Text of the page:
Once made, some decisions can’t be unmade. The big decisions in life typically fall into this category. And many of us feel tremendous anxiety over those decisions: our freedom to choose and the hope embodied in choice intoxicates us, but we also dread the outcome of our decisions when they are made poorly, and often there is no way to know until it’s too late. We’ve all made decisions with a pure heart and desire for good that spun out of control and ended in a place far from our hopes.
And so many of us outsource our decision-making. Instead of thinking too hard about our lives or taking the risk of being true to our own passions, we follow a path carved out for us. We grow into an expectation for us — a life in contrast to the unique potential housed in the unfettered creativity of the human spirit. The dizzying vision of choice and possibility is too much for us, so we follow someone else. Some of us live our lives without ever really having risked anything. We grow up, grow old, and die as software engineers, mortgage bankers, Uber drivers, and grocery store clerks; it makes little difference because, whatever we were, to Kierkegaard, we were never truly us. Kierkegaard famously wrote that on his tombstone he wanted only this inscription: The Individual.
I’ve spent my share of time pondering over what this life is for. I’ve known people that weren’t going anywhere fast and were having a great time doing it. Live fast, die young — what’s the difference in the end anyways? Is that foolish? Or is that freedom?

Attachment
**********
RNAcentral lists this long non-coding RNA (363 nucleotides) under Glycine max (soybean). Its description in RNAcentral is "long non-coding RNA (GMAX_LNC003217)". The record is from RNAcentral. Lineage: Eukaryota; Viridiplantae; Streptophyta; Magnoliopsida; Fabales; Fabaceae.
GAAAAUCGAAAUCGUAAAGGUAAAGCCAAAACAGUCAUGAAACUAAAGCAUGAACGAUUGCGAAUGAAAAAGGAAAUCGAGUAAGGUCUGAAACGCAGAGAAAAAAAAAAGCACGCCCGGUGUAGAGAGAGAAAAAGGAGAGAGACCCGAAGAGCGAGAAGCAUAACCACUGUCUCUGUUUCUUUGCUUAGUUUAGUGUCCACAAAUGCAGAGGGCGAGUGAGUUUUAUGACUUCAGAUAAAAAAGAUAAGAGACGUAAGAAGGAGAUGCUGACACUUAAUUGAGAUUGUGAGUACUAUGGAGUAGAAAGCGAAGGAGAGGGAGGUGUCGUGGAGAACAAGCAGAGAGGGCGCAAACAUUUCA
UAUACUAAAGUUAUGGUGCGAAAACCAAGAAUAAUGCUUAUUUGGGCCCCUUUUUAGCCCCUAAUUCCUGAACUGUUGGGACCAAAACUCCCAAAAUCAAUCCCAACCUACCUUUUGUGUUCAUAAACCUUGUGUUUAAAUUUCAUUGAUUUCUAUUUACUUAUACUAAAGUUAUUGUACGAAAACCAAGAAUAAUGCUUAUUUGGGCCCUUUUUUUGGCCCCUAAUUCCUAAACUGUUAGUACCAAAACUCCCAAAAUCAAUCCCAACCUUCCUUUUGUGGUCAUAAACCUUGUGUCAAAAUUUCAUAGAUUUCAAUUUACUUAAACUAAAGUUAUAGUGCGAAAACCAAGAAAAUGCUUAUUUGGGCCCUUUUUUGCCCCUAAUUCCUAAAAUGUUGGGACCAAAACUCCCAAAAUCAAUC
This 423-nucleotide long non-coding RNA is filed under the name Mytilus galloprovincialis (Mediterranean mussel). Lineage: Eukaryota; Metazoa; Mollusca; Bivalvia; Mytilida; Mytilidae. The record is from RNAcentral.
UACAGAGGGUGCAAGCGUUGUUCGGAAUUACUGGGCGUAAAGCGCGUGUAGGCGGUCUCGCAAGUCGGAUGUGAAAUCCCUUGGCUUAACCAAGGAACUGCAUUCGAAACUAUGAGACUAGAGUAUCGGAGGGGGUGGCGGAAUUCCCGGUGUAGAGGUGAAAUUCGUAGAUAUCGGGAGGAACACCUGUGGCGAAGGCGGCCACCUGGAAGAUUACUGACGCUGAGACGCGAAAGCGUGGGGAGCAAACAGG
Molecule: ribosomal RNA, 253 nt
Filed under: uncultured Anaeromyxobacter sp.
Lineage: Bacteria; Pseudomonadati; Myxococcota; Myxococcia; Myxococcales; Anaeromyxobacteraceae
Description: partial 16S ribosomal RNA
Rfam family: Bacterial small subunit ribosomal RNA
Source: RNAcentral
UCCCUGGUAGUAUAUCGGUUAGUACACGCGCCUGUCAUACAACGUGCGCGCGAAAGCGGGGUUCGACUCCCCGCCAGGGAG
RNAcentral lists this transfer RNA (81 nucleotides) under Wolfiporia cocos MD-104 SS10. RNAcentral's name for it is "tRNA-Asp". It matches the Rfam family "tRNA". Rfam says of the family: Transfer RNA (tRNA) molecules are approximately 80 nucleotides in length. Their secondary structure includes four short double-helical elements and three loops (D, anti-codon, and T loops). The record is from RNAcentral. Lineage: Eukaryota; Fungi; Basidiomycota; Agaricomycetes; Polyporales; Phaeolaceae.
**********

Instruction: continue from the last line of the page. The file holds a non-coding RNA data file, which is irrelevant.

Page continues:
You are not defined by the path you walk today, the choices you made yesterday, or your plan for tomorrow. I believe that it’s a matter of choice. We can exercise some degree of conscious choice in how we choose to experience existence. But I feel that we must find balance.
Take what works and leave the rest because philosophy is ripe with thought on how to live.
And amid the clamor of self-help articles you’ll come across today on Medium, if you can take anything from my thoughts on existentialism, perhaps it will be this:
- Don’t take life too seriously. Most of it is mundane and ought to be treated as such. There’s a lot of peace and freedom in these words.
- Be true to yourself. You’ll never find meaning walking another person’s path. This is the challenge.